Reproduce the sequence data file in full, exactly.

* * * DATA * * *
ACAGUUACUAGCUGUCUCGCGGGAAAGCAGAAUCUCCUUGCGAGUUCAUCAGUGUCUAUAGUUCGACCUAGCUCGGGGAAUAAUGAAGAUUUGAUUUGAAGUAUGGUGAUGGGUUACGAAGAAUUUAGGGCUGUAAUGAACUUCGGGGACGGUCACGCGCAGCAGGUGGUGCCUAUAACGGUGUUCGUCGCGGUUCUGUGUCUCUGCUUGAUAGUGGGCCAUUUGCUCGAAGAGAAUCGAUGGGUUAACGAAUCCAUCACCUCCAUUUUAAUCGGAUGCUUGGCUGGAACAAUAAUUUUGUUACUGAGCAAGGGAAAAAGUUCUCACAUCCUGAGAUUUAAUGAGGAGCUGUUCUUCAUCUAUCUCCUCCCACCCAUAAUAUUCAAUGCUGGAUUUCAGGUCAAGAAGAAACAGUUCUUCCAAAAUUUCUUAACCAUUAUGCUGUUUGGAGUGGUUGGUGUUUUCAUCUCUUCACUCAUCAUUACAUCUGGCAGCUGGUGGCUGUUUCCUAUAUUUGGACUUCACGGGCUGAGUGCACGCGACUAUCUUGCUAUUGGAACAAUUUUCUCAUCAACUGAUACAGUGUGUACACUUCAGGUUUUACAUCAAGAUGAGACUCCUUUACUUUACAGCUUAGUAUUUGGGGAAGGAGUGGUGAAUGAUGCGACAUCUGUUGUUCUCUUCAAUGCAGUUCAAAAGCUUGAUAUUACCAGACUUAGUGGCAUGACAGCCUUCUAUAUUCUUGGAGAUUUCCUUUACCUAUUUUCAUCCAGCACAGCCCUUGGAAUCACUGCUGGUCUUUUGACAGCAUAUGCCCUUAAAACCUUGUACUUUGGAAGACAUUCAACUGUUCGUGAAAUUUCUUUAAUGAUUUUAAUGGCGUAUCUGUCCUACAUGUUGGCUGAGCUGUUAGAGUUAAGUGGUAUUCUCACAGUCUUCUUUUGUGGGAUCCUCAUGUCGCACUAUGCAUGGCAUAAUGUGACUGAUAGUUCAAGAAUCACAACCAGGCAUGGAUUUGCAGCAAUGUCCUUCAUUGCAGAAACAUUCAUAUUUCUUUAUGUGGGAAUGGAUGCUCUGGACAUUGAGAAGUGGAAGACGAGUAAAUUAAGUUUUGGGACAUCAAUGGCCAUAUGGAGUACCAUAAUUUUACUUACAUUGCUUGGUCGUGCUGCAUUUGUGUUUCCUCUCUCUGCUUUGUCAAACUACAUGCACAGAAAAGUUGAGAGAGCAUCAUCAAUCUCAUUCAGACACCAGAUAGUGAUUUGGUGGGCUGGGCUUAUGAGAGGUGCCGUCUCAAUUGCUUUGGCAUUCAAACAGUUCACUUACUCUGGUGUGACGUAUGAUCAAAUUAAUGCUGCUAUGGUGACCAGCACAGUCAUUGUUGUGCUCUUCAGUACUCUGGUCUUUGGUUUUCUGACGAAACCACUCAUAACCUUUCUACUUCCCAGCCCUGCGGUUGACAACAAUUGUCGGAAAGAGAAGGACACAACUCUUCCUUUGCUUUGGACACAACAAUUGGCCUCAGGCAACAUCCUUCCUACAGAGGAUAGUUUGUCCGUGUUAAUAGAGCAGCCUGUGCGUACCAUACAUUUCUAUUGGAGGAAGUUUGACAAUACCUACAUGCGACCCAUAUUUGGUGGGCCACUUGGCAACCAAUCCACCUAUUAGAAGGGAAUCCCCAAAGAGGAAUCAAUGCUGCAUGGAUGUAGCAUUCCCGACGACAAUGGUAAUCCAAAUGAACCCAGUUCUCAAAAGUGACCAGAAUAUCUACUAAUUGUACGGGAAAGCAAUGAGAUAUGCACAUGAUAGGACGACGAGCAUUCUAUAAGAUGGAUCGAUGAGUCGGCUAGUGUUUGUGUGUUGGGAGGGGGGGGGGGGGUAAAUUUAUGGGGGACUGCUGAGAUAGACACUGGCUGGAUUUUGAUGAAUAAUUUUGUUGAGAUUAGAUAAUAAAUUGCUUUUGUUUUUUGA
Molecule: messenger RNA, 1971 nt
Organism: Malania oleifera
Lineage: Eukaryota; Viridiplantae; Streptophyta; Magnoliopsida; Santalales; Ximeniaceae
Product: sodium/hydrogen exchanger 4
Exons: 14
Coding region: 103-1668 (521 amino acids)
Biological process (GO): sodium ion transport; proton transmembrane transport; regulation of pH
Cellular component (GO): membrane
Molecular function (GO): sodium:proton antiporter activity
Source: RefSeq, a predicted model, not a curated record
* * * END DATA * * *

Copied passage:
ACAGUUACUAGCUGUCUCGCGGGAAAGCAGAAUCUCCUUGCGAGUUCAUCAGUGUCUAUAGUUCGACCUAGCUCGGGGAAUAAUGAAGAUUUGAUUUGAAGUAUGGUGAUGGGUUACGAAGAAUUUAGGGCUGUAAUGAACUUCGGGGACGGUCACGCGCAGCAGGUGGUGCCUAUAACGGUGUUCGUCGCGGUUCUGUGUCUCUGCUUGAUAGUGGGCCAUUUGCUCGAAGAGAAUCGAUGGGUUAACGAAUCCAUCACCUCCAUUUUAAUCGGAUGCUUGGCUGGAACAAUAAUUUUGUUACUGAGCAAGGGAAAAAGUUCUCACAUCCUGAGAUUUAAUGAGGAGCUGUUCUUCAUCUAUCUCCUCCCACCCAUAAUAUUCAAUGCUGGAUUUCAGGUCAAGAAGAAACAGUUCUUCCAAAAUUUCUUAACCAUUAUGCUGUUUGGAGUGGUUGGUGUUUUCAUCUCUUCACUCAUCAUUACAUCUGGCAGCUGGUGGCUGUUUCCUAUAUUUGGACUUCACGGGCUGAGUGCACGCGACUAUCUUGCUAUUGGAACAAUUUUCUCAUCAACUGAUACAGUGUGUACACUUCAGGUUUUACAUCAAGAUGAGACUCCUUUACUUUACAGCUUAGUAUUUGGGGAAGGAGUGGUGAAUGAUGCGACAUCUGUUGUUCUCUUCAAUGCAGUUCAAAAGCUUGAUAUUACCAGACUUAGUGGCAUGACAGCCUUCUAUAUUCUUGGAGAUUUCCUUUACCUAUUUUCAUCCAGCACAGCCCUUGGAAUCACUGCUGGUCUUUUGACAGCAUAUGCCCUUAAAACCUUGUACUUUGGAAGACAUUCAACUGUUCGUGAAAUUUCUUUAAUGAUUUUAAUGGCGUAUCUGUCCUACAUGUUGGCUGAGCUGUUAGAGUUAAGUGGUAUUCUCACAGUCUUCUUUUGUGGGAUCCUCAUGUCGCACUAUGCAUGGCAUAAUGUGACUGAUAGUUCAAGAAUCACAACCAGGCAUGGAUUUGCAGCAAUGUCCUUCAUUGCAGAAACAUUCAUAUUUCUUUAUGUGGGAAUGGAUGCUCUGGACAUUGAGAAGUGGAAGACGAGUAAAUUAAGUUUUGGGACAUCAAUGGCCAUAUGGAGUACCAUAAUUUUACUUACAUUGCUUGGUCGUGCUGCAUUUGUGUUUCCUCUCUCUGCUUUGUCAAACUACAUGCACAGAAAAGUUGAGAGAGCAUCAUCAAUCUCAUUCAGACACCAGAUAGUGAUUUGGUGGGCUGGGCUUAUGAGAGGUGCCGUCUCAAUUGCUUUGGCAUUCAAACAGUUCACUUACUCUGGUGUGACGUAUGAUCAAAUUAAUGCUGCUAUGGUGACCAGCACAGUCAUUGUUGUGCUCUUCAGUACUCUGGUCUUUGGUUUUCUGACGAAACCACUCAUAACCUUUCUACUUCCCAGCCCUGCGGUUGACAACAAUUGUCGGAAAGAGAAGGACACAACUCUUCCUUUGCUUUGGACACAACAAUUGGCCUCAGGCAACAUCCUUCCUACAGAGGAUAGUUUGUCCGUGUUAAUAGAGCAGCCUGUGCGUACCAUACAUUUCUAUUGGAGGAAGUUUGACAAUACCUACAUGCGACCCAUAUUUGGUGGGCCACUUGGCAACCAAUCCACCUAUUAGAAGGGAAUCCCCAAAGAGGAAUCAAUGCUGCAUGGAUGUAGCAUUCCCGACGACAAUGGUAAUCCAAAUGAACCCAGUUCUCAAAAGUGACCAGAAUAUCUACUAAUUGUACGGGAAAGCAAUGAGAUAUGCACAUGAUAGGACGACGAGCAUUCUAUAAGAUGGAUCGAUGAGUCGGCUAGUGUUUGUGUGUUGGGAGGGGGGGGGGGGGUAAAUUUAUGGGGGACUGCUGAGAUAGACACUGGCUGGAUUUUGAUGAAUAAUUUUGUUGAGAUUAGAUAAUAAAUUGCUUUUGUUUUUUGA
Molecule: messenger RNA, 1971 nt
Organism: Malania oleifera
Lineage: Eukaryota; Viridiplantae; Streptophyta; Magnoliopsida; Santalales; Ximeniaceae
Product: sodium/hydrogen exchanger 4
Exons: 14
Coding region: 103-1668 (521 amino acids)
Biological process (GO): sodium ion transport; proton transmembrane transport; regulation of pH
Cellular component (GO): membrane
Molecular function (GO): sodium:proton antiporter activity
Source: RefSeq, a predicted model, not a curated record